The primary focus of the evening was on a new entity, under the GreenLight umbrella, that is providing financial intelligence and asset-building programs for a target group in need. That program was not founded in Philadelphia, but is now being migrated here with the help of Greenlight Philly. It was a very powerful conversation and recounting of recent impact.

    Now I’m newish to the non-profit world, but there were a few high-leverage things that jumped out at me as more unique to Greenlight and it’s almost “accelerator” approach to social impact.

    1. Greenlight identifies the best and most impactful organizations nationally and then attempts to help them expand their reach into new communities and target markets quickly.
    2. Greenlight works with organizations to help them develop a self-sustaining non-profit model, which lessens or eliminates their reliance on fundraising.
    3. Greenlight cities combine local government and business leadership to prime the pump, and offer programs being expanded from their original market quicker and more efficient traction in the new city. Essentially, they create a locally connected launching pad for incoming programs from other areas.

    The biz guy in me loves this on so many levels. Results oriented, high leverage and well connected. An efficient use of time and social dollar, no doubt.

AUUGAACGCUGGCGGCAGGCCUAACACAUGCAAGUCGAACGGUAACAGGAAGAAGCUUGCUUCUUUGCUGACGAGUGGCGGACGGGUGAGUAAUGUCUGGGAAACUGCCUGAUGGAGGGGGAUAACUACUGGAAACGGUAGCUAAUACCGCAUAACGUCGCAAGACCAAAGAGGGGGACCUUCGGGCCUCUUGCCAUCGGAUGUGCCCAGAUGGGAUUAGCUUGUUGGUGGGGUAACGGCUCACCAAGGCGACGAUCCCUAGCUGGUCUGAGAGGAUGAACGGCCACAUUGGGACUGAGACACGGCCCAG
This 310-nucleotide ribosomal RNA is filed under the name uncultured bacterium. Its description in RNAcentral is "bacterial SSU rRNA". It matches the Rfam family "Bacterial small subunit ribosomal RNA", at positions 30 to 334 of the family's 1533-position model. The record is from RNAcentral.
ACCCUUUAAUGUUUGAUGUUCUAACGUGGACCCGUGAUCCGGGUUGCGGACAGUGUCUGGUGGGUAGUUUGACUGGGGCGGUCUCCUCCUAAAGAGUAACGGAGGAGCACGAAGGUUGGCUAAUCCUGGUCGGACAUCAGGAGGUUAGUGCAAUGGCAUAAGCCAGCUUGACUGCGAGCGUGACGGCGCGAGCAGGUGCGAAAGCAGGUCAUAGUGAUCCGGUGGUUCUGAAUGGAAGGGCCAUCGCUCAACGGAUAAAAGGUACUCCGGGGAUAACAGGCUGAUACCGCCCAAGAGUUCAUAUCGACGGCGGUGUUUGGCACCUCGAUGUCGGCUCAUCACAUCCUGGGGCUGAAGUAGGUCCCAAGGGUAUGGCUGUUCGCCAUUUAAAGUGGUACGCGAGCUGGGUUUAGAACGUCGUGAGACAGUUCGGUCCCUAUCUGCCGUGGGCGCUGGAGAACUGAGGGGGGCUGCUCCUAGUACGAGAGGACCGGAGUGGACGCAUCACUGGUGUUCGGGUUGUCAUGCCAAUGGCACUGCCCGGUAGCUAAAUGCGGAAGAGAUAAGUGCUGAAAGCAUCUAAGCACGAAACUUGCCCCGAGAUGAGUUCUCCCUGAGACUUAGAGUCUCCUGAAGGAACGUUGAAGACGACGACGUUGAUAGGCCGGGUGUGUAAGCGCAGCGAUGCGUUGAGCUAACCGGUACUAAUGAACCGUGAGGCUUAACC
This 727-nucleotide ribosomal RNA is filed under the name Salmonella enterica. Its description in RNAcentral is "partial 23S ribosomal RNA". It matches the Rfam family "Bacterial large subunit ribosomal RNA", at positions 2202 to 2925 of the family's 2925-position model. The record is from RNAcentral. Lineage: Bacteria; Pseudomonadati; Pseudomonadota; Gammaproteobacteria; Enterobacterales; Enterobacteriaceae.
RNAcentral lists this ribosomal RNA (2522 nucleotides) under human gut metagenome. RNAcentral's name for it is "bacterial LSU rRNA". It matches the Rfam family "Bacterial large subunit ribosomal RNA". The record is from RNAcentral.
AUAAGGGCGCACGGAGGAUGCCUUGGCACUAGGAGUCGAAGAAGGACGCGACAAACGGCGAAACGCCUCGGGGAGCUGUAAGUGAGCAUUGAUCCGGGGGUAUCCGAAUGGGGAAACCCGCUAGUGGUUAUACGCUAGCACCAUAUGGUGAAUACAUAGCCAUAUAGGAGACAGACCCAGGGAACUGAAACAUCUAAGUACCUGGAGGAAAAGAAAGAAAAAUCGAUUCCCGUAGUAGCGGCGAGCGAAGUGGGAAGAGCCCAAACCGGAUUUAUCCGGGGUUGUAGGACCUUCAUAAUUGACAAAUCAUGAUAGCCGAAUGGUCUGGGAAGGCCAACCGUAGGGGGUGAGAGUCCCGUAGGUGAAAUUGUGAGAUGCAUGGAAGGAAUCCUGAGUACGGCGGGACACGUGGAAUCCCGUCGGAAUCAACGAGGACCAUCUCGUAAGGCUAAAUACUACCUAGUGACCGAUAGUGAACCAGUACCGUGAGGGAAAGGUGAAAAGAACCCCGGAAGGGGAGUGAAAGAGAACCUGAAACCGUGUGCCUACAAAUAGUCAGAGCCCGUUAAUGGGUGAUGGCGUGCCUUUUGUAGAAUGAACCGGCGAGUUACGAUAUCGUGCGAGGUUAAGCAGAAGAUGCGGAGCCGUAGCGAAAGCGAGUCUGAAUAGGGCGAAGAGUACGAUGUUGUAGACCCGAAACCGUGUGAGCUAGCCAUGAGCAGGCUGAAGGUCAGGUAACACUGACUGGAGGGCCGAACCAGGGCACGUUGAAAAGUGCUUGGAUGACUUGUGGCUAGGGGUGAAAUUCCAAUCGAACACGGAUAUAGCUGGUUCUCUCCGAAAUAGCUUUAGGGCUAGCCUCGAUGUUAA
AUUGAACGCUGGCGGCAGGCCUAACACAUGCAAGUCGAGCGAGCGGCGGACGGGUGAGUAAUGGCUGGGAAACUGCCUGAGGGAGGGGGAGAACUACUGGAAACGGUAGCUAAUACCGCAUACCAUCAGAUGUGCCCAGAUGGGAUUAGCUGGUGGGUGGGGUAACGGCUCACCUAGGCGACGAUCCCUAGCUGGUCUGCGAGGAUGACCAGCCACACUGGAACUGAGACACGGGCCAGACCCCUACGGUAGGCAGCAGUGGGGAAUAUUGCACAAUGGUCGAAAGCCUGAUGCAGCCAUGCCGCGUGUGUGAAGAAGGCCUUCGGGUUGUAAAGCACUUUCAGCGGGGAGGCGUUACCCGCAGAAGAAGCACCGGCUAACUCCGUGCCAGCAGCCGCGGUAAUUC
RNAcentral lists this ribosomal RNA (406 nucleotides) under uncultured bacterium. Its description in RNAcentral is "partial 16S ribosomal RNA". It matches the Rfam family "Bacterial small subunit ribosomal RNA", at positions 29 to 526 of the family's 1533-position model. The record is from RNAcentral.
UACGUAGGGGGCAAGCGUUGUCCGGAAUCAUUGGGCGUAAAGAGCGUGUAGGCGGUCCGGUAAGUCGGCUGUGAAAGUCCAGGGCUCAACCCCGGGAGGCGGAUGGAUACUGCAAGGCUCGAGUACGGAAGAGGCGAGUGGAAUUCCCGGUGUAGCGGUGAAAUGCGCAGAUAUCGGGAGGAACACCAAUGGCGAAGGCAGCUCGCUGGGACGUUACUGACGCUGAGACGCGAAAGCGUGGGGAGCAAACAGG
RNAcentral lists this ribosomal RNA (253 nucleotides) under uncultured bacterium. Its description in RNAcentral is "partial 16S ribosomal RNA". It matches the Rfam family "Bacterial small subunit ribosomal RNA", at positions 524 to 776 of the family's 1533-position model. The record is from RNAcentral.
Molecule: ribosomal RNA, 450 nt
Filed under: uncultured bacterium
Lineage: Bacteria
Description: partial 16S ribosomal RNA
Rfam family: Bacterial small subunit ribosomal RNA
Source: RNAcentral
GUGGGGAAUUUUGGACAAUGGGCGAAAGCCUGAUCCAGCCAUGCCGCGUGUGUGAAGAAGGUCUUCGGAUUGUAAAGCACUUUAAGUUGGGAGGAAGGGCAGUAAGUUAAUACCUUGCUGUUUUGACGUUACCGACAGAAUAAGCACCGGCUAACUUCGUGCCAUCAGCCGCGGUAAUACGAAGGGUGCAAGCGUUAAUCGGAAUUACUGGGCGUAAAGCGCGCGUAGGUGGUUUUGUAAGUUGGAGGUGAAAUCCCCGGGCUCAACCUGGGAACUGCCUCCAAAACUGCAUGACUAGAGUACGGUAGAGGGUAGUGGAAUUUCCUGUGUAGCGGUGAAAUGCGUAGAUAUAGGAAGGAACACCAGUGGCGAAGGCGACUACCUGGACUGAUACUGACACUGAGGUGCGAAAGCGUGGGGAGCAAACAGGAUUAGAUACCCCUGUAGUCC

My wife and I are looking forward to learning more as we lean in further.

     

     

  • Last week I had the opportunity to speak on a panel at the CNBC Disrupt50 event in Philly.

    I was joined by the COO of Rent the Runway, Maureen Sullivan, and we were interviewed by CNBC senior media lead Julia Boorstin. Julia, to her credit, made a great effort to ask less obvious questions of both of us.

    They called the panel “Renting and Revving in the Age of Amazon”, which sounded as ridiculous as it was awesome.

    It highlighted topics on customer value creation along with attempting to cover “Amazon proofing” the business, which Maureen and I both agreed is impossible and has been for over a decade. (cue Jaws theme)

    If you know the RevZilla backstory, my early segue in this talk is not new information. I did, however, get to speak about the approach to becoming an “indepensible resource” for your customer, the “final 10%” uses-cases which Amazon will have a hard time executing on across retail, and I even got pulled into the goPuff weeds.

    I also got to give a shoutout to my pop, who was in the back of the room, for his contribution to RevZilla’s origin. Remember, he forbade me to have a motorcycle in high school or college, which eventually turned into my bad-decision Ducati Monster purchase at 26. With the then dearth of great moto eCommerce options, RevZilla was born.

    Here is a link to the full article about our panel. Here is the article with embedded video clips for the whole Disrupt50 day.

    I do love that this is the quote they pulled: “If you are in B2C, it is great to provide consumers with vitamins, things they love and that make them feel good, but it is way more valuable to be a painkiller.”

    I say it all the time. Clearly one of my favorite frameworks.

    Know your customer. Know their pain. Offer them relief. Become valuable to them. Win.

    See the full video on YouTube:

    Yeah, I’m wearing Iverson and Kobe non-matching Stance socks on stage. It is what it is.